Saturday 22nd December 2007
Increase from 1 December, more courses now qualify
The continuing education allowance for public hospital nurses has gone up and more nurses are now entitled to receive it.
The NSW Nurses’ Association won a decision in the State Industrial Commission in February 2007 increasing the monetary level of the allowances and extending payments of the allowances to thousands of nurses with hospital-based post-registration qualifications.
They include nurses in specialities such as midwifery, mental health, operating theatres and intensive care.
These nurses, and thousands more who got the allowance before 26 February because they hold post-registration qualifications from a university, all benefit from the increases applying from 1 December.
The allowance increased from the first pay period on or after 1 December 2007. And more training courses have been made eligible for the allowance, meaning nurses whose hospital-based qualifications have now been approved will be entitled to back pay from 1 March 2007.
Following the 1 December increase, allowances now range from $18 per week (Enrolled Nurse Certificate 1V or equivalent) to $47.50 per week (Master’s Degree/PhD). All allowances will go up again from 1 September 2008 (see box bellow).
More courses were recently declared eligible for the allowance.
The College of Nursing has provided the Association with the details necessary to include substantial numbers of their courses in the list of those eligible to attract a CEA payment.
If you meet the criteria of working in a relevant clinical area, you can apply for back pay of your allowance as follows:
If you worked in a relevant clinical area for a part but not all of this period, you should claim payment for the part period.
NSWNA Assistant General Secretary, Judith Kiejda, said members who have had their applications for the allowance rejected, should check the newly-updated lists of eligible courses.
‘If you are still in doubt about whether you qualify, phone the NSWNA for advice,’ Judith said.
‘The extension of the allowance to hospital-based, post-registration qualifications was a major breakthrough for thousands of experienced nurses who got their qualifications before university-based training came in.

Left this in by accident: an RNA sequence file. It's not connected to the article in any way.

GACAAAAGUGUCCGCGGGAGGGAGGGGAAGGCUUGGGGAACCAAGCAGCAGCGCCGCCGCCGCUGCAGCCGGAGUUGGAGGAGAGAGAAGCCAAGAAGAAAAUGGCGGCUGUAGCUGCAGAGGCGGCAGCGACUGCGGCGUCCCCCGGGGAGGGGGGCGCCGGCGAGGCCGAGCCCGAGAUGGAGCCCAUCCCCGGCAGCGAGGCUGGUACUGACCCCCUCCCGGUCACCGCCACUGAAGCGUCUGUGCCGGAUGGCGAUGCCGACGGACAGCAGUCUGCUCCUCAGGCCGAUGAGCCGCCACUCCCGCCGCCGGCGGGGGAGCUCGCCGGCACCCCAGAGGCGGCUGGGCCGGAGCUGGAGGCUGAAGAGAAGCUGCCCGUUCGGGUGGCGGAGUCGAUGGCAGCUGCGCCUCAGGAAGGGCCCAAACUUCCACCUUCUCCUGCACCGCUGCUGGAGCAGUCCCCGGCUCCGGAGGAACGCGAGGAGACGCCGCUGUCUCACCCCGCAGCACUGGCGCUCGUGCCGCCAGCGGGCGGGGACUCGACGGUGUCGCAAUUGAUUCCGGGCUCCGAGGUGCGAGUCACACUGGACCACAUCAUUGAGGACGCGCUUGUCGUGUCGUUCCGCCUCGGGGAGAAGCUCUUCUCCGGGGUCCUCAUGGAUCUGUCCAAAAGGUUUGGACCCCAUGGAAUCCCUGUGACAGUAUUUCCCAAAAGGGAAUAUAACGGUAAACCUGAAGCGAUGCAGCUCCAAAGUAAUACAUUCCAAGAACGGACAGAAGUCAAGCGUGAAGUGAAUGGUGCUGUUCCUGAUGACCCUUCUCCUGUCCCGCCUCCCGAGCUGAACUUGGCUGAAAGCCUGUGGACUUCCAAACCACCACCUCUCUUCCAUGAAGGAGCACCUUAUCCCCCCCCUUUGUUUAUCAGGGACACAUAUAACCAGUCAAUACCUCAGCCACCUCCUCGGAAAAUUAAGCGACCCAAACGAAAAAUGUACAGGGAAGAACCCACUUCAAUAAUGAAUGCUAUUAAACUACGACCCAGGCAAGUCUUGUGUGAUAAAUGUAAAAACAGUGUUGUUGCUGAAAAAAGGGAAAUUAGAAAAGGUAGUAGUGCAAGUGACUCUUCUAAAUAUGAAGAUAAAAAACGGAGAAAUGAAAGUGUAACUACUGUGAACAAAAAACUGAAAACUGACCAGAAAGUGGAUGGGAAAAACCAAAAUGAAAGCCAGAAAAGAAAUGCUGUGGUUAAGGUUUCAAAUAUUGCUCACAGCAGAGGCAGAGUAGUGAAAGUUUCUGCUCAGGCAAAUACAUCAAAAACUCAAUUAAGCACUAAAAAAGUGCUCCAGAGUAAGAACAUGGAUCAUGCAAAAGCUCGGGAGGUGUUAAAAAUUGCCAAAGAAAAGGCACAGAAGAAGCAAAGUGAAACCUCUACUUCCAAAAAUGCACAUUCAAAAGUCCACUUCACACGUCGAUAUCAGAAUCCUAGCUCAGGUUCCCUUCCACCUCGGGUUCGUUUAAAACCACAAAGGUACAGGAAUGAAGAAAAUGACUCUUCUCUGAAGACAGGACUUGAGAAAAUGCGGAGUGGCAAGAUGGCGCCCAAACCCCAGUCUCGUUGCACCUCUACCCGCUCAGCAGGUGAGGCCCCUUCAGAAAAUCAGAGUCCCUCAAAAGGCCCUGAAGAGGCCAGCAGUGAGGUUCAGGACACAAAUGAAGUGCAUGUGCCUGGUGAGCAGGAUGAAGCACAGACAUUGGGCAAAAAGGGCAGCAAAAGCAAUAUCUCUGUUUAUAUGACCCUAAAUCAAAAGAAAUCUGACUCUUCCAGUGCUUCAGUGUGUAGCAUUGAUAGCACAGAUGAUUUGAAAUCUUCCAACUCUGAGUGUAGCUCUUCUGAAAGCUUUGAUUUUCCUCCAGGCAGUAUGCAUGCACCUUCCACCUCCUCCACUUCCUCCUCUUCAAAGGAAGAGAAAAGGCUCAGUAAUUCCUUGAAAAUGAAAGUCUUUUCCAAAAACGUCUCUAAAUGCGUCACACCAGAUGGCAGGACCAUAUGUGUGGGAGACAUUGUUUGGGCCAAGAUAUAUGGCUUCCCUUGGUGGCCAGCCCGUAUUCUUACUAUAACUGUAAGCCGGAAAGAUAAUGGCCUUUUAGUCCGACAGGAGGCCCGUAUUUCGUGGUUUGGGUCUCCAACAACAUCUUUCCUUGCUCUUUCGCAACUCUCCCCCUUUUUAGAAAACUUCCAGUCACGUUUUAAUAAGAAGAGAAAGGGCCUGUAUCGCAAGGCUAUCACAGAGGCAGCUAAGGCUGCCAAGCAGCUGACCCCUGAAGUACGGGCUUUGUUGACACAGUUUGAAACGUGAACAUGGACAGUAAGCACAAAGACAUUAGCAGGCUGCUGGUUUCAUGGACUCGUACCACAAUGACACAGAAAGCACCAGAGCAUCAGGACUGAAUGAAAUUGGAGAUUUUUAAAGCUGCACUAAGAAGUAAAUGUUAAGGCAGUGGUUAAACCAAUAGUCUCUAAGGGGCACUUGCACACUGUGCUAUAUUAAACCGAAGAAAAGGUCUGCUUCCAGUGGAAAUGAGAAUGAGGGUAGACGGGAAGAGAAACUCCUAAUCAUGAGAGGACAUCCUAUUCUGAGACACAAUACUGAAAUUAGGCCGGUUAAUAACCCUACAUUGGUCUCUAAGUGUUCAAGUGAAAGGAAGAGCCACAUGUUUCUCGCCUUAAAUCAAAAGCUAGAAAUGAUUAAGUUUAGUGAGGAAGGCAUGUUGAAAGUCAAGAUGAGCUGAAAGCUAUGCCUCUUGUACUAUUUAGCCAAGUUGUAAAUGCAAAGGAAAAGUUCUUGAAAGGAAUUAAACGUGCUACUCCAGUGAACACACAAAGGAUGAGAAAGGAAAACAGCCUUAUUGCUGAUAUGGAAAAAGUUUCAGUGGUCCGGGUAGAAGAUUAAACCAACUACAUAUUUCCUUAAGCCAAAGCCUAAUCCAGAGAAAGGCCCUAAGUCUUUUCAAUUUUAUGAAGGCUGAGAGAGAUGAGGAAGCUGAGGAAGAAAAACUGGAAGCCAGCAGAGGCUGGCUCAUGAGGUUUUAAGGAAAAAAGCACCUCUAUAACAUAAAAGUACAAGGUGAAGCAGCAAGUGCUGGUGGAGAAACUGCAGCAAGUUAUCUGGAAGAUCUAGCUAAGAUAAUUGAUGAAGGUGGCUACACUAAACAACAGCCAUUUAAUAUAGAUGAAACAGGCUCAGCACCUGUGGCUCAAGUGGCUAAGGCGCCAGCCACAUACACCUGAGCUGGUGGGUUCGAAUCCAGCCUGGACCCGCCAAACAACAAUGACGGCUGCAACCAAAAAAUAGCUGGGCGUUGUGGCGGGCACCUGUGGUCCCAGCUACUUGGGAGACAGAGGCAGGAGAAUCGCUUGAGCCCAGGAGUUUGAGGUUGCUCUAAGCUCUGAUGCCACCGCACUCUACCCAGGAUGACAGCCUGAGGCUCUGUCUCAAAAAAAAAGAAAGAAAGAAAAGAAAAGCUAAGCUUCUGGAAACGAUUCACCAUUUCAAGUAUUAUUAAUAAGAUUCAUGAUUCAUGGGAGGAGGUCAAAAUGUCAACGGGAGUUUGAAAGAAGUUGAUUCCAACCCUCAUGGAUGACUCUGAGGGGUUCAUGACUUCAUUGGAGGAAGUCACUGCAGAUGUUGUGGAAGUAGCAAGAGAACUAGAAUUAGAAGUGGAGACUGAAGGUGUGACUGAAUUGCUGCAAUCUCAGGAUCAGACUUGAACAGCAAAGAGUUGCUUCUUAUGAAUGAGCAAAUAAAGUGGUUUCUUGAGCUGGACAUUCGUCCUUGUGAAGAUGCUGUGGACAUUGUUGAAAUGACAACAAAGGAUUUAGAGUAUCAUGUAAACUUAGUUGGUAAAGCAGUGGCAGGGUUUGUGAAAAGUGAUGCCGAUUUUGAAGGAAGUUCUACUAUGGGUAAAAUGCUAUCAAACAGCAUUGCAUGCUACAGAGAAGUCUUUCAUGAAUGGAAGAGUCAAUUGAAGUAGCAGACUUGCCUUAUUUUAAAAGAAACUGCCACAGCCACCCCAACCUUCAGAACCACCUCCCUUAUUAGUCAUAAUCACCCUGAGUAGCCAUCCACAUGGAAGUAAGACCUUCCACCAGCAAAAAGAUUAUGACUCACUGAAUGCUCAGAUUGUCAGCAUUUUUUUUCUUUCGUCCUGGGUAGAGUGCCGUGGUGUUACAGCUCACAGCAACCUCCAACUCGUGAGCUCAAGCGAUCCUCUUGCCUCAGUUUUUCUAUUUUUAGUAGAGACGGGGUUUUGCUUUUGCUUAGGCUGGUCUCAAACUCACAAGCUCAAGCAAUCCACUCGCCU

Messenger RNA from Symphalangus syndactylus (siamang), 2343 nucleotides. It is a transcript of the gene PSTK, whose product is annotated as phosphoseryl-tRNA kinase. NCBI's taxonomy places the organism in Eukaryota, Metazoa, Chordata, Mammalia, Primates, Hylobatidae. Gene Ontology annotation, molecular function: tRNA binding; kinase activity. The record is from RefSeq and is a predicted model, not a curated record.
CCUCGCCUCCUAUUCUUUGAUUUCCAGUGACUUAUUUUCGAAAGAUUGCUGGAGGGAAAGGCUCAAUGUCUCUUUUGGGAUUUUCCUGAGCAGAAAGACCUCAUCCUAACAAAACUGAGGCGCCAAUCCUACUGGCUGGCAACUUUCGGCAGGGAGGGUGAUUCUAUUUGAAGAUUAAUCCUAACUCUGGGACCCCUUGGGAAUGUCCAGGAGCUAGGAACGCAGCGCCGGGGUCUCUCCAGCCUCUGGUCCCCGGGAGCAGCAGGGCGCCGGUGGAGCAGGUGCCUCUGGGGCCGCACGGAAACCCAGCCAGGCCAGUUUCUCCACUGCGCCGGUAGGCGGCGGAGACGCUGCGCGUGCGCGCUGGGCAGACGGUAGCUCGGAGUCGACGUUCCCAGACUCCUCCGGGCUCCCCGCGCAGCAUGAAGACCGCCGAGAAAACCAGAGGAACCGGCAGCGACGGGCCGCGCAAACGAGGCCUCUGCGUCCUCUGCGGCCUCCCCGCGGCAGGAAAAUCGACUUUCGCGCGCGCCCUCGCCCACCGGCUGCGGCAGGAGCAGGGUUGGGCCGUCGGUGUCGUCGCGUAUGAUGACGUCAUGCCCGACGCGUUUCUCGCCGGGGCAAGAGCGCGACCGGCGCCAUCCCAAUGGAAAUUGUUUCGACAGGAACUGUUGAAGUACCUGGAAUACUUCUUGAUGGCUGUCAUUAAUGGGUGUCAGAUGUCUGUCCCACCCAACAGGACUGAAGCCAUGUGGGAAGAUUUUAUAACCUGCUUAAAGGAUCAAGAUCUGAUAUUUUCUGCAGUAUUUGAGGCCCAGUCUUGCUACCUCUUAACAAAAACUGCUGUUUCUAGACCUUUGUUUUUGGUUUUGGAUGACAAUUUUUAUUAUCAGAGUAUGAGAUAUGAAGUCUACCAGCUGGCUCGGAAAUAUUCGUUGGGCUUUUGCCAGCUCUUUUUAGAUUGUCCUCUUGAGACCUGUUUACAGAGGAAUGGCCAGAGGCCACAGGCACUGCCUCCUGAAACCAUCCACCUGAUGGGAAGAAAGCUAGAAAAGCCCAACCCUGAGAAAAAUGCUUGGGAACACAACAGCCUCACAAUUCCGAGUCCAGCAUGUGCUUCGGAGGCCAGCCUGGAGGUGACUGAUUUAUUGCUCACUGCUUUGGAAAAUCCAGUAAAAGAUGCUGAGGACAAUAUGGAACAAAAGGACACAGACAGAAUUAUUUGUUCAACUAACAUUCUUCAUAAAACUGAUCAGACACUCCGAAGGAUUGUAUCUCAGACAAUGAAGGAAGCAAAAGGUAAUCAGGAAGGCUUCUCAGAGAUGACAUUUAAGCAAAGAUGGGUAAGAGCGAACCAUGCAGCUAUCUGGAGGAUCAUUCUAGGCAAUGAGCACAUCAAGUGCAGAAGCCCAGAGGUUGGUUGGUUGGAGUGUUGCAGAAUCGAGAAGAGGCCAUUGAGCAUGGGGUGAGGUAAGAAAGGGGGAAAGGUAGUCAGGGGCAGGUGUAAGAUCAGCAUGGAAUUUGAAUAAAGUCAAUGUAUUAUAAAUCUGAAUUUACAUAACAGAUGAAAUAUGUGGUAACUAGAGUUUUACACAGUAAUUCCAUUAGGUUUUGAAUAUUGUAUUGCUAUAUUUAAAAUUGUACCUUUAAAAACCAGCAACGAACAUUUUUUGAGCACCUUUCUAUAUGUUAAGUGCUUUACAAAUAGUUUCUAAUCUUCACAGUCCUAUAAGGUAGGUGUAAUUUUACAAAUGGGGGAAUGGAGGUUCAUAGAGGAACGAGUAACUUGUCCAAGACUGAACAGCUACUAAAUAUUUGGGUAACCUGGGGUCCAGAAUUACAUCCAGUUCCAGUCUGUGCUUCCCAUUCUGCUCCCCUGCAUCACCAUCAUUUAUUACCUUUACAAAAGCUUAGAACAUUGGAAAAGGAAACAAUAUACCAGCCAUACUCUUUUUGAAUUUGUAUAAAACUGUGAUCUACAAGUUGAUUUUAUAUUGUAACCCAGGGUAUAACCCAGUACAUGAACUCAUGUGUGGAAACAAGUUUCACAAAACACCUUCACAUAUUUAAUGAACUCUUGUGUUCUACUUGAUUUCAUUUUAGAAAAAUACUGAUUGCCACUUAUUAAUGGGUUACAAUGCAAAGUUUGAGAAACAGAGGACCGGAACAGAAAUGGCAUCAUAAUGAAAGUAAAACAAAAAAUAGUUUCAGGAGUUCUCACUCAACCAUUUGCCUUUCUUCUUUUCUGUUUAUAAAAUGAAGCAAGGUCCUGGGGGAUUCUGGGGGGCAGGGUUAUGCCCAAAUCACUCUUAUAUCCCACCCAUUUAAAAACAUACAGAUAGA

‘Many of these nurses are now in leading clinical positions yet until the union’s successful case in the Industrial Commission they were denied financial recognition while nurses with more recent qualifications were rewarded simply because they went to university.’
For a list of the newly-eligible courses for the continuing education allowance, please see page 34
Allowances up from December 2007
All continuing education allowances will increase, effective from your first pay period in December 2007. This is a continuation of the phased increases won in February 2007 – they will further increase in September 2008.
The new weekly rates are:
|Qualification Current rate ($)||From 1st pay period on or after 1 Dec ‘07 ($)||From 1st pay period on or after 1 Sept ‘08 ($)|
|Postgraduate Diploma / Degree||32.00||38.50||45.00|
|Masters Degree / PhD||40.00||47.50||55.00|
|EN Cert. IV or equivalent||14.00||18.00||22.50|
’It’s good to recognised for extra study’
Jason Crisp, RN, Bloomfield Hospital, Orange, says the improvements demonstrate the profession is looking after those who do more study to further their careers and advance their skills. Jason has a graduate certificate in mental health nursing, which he finished in 1998. ‘The allowance is wonderful. It helps bring best practice into workplaces. The graduate certificate was a starting point for me. It led to other certificates. Then I did a Masters. It was like the first step in a longer journey.’
Clare Waite, CNS, Haematology at RPA, says improvements to the Continuing Education Allowance are a good incentive to keep abreast of best practice. Clare has a Diploma in Advanced Cancer Care nursing, which she finished in 2005. ‘The diploma broadened my knowledge base in general but also honed areas specific to my work. It’s good to be recognised as well as getting the extra money. It’s not a highly-paid profession so any extra money is handy.‘